Sunday, August 4, 2013

Richmond, CA: A Landmark Clash between Wall Street and Main Street

Last week, the City of Richmond, CA, in an effort to deal with 624 homes with “underwater” mortgages, notified loan service providers and trustees that the city wants to 1) buy the homes at today’s depressed value and,2) if needed, pursue an eminent domain legal strategy to stop home foreclosures. While eminent domain is generally used by governments to force homeowners to sell their property in order to pursue new developments such as highways, railroads and parks, Richmond could become the first U.S. city to apply this approach for the benefit of homeowners.
  • Richmond Mayor Gayle McLaughlin said her residents "have been suffering for years thanks to the housing crisis Wall Street created and which Wall Street refuses to fix."
  • David Stevens, President/CEO of the Mortgage Bankers Association said, “The program is a short-term solution for a few underwater borrowers that will have severe negative long-term costs for every homeowner in the city….the program is ill-advised and likely unconstitutional and will add to Richmond’s problems rather than solve them.”
NOTE: the broader issue is how a positive outcome for Richmond would affect the +$13 trillion U.S. mortgage market.

Background on Richmond, CA and its legal strategy: 1) about half of the city’s homeowners are “underwater”, 2) it is located on the San Francisco Bay, 3) its unemployment rate is 17%, 4) its 106,500 residents are mostly black or Hispanic and 5) the city’s largest employer is Chevron Corp. with 1,900 workers. Richmond legal strategy is based on the U.S. Supreme Court Ruling in 2005, Kelo v. City of New London (Connecticut), which said the city could seize private property if its future use would have a positive economic impact on the community. The city of New London wanted to condemn Kelo’s land and give it the Pfizer Corporation, which would build a research and development facility as part of an economic development project. Note: ironically, Kelo’s home was condemned, but the research facility was never built.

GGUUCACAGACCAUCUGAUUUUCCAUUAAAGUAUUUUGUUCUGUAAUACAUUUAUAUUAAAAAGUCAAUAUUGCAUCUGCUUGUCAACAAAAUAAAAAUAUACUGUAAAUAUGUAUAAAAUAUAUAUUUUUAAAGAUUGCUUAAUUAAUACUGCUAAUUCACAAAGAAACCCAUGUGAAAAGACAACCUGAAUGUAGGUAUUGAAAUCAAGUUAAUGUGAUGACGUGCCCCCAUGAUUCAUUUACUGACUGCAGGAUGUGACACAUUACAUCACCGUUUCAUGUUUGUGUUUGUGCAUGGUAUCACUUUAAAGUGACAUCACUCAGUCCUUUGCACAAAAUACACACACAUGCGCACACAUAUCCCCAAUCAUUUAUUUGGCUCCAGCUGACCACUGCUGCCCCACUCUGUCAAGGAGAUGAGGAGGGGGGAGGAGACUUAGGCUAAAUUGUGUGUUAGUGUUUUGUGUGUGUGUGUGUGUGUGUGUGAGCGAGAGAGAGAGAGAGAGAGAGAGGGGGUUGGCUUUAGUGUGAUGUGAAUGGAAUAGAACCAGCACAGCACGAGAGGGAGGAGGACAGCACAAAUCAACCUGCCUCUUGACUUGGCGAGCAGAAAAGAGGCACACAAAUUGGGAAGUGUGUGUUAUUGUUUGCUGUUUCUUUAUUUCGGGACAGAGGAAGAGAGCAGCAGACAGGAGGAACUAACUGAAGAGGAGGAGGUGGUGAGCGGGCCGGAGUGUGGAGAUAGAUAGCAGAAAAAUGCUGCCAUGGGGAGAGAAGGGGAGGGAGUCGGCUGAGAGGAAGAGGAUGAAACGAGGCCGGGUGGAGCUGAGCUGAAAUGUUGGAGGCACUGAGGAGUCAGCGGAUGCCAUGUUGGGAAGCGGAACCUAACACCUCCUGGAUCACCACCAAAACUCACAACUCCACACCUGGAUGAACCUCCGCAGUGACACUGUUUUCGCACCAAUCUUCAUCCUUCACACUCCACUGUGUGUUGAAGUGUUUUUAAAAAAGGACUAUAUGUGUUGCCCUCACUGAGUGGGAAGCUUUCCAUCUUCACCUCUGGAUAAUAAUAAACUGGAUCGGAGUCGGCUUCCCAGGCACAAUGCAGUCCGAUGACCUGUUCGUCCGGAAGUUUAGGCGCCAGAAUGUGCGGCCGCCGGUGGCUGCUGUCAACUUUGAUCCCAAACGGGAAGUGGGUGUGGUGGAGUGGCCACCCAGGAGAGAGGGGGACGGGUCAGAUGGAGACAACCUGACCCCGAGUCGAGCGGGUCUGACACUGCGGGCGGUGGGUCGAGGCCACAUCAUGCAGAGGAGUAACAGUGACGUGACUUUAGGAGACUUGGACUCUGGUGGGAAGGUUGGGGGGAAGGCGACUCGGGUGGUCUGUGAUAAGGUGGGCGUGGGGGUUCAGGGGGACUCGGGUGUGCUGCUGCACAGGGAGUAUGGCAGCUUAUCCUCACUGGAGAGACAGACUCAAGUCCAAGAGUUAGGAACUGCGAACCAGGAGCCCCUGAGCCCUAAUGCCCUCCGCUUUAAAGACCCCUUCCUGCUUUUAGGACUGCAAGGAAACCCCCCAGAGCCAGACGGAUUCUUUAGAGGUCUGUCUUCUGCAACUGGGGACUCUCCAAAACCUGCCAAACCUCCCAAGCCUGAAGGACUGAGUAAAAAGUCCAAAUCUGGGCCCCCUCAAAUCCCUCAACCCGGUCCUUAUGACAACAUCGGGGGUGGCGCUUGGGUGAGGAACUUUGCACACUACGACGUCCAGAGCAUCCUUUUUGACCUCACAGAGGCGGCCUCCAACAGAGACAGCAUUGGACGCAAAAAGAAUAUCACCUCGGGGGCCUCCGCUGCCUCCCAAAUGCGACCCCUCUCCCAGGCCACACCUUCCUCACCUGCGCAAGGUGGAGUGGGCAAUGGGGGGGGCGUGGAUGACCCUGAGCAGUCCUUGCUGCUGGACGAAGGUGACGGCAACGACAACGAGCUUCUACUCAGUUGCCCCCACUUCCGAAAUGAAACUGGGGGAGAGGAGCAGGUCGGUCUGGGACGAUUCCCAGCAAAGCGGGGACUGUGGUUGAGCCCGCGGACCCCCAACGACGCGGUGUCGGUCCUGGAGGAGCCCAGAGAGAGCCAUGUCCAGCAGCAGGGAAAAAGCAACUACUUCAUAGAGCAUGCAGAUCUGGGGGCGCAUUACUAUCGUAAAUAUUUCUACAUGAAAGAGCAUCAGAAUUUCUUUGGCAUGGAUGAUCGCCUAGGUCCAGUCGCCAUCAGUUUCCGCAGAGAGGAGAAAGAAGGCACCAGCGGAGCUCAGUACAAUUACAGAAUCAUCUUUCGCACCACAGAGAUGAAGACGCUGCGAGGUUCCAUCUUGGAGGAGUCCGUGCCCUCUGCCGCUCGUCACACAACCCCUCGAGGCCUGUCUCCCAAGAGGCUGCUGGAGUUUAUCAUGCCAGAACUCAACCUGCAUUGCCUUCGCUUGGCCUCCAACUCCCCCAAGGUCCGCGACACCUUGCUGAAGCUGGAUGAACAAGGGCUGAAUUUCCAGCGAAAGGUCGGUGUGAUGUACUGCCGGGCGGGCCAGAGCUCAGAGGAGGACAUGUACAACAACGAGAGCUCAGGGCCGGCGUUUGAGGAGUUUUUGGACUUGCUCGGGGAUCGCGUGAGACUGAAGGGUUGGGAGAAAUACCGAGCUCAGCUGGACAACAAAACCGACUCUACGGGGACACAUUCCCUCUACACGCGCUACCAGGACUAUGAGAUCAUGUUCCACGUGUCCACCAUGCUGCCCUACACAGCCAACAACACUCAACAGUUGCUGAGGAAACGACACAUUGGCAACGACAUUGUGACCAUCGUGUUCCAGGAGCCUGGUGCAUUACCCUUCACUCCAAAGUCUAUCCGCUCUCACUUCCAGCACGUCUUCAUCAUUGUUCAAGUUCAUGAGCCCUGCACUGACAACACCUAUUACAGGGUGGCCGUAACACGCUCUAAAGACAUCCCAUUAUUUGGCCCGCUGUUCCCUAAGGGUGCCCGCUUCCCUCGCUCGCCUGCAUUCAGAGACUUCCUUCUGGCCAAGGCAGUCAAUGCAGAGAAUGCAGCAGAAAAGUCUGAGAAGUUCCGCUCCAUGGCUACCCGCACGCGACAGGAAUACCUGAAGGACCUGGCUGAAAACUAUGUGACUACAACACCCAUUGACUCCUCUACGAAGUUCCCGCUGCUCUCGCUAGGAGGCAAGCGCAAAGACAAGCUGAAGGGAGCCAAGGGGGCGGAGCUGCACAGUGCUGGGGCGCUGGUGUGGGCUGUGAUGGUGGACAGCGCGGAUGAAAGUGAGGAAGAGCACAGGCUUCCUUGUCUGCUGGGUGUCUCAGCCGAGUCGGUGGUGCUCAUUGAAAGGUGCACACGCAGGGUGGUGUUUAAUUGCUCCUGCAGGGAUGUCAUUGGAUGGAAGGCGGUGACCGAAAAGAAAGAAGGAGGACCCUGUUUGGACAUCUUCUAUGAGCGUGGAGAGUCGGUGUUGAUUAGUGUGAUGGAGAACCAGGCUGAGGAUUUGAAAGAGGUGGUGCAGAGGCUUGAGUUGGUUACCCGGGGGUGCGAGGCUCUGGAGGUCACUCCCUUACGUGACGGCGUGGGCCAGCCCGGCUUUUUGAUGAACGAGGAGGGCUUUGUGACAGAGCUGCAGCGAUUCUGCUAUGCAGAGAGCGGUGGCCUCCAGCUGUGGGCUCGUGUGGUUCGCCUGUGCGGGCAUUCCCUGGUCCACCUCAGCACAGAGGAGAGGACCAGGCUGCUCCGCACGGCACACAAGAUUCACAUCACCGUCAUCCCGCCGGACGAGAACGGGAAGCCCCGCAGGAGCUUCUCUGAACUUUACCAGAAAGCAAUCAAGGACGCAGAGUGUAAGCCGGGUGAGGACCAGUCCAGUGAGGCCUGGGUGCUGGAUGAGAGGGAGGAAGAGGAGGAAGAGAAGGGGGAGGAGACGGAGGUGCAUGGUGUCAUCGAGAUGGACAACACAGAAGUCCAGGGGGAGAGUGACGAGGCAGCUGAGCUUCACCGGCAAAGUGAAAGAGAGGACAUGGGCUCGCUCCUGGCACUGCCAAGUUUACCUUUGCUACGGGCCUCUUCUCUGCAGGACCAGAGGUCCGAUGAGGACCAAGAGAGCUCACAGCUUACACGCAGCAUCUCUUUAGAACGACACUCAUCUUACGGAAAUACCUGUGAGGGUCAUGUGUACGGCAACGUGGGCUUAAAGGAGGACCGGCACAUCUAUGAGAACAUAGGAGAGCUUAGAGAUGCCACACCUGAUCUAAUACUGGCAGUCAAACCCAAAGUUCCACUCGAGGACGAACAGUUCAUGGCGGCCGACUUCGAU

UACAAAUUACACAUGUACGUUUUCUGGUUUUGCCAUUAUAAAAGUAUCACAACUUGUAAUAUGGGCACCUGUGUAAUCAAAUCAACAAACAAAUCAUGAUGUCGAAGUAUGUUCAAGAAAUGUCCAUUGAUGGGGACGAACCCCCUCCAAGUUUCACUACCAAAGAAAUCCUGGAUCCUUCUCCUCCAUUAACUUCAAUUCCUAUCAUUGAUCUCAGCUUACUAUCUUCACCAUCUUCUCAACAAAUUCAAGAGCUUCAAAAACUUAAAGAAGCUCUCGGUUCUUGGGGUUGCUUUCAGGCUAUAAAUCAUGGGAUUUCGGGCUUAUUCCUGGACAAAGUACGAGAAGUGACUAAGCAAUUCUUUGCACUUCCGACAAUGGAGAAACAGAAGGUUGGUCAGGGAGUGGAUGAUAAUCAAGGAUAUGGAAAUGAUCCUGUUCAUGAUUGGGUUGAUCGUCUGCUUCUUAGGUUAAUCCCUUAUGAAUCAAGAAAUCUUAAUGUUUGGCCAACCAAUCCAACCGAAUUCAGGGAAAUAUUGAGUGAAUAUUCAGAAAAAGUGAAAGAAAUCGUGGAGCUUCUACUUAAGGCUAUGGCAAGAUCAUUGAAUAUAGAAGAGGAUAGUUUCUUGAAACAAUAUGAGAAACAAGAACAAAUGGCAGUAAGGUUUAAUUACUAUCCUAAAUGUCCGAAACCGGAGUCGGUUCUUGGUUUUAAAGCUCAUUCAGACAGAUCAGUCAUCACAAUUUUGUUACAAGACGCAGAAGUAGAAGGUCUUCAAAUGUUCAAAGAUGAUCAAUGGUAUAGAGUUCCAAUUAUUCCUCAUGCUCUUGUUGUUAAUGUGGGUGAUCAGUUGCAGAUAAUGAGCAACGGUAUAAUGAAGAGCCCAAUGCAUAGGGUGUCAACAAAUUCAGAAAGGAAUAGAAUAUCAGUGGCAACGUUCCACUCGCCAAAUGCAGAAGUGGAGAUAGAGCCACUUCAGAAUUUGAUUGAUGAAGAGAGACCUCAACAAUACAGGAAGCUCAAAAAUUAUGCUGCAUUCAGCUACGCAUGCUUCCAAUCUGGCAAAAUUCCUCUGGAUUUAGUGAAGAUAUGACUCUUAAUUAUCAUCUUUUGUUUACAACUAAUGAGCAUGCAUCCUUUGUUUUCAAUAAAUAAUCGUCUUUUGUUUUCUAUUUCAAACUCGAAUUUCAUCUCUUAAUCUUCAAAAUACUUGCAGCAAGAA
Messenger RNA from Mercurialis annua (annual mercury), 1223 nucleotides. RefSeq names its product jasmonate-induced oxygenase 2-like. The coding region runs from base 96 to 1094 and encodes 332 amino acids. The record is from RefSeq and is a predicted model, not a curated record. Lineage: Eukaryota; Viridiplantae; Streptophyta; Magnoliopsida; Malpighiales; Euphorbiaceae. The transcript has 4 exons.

While Richmond and its supporters hope their strategy will favor David rather than Goliath, some loan providers and investors are concerned that if this strategy gains momentum, it could have a negative impact on the U.S. mortgage and housing markets. As both Wall Street and Main Street watch Richmond’s efforts, other cities are considering similar eminent domain action.  Because of the potential impact on investors, homeowners and government entities, Richmond’s process will likely encounter several legal and legislative challenges..

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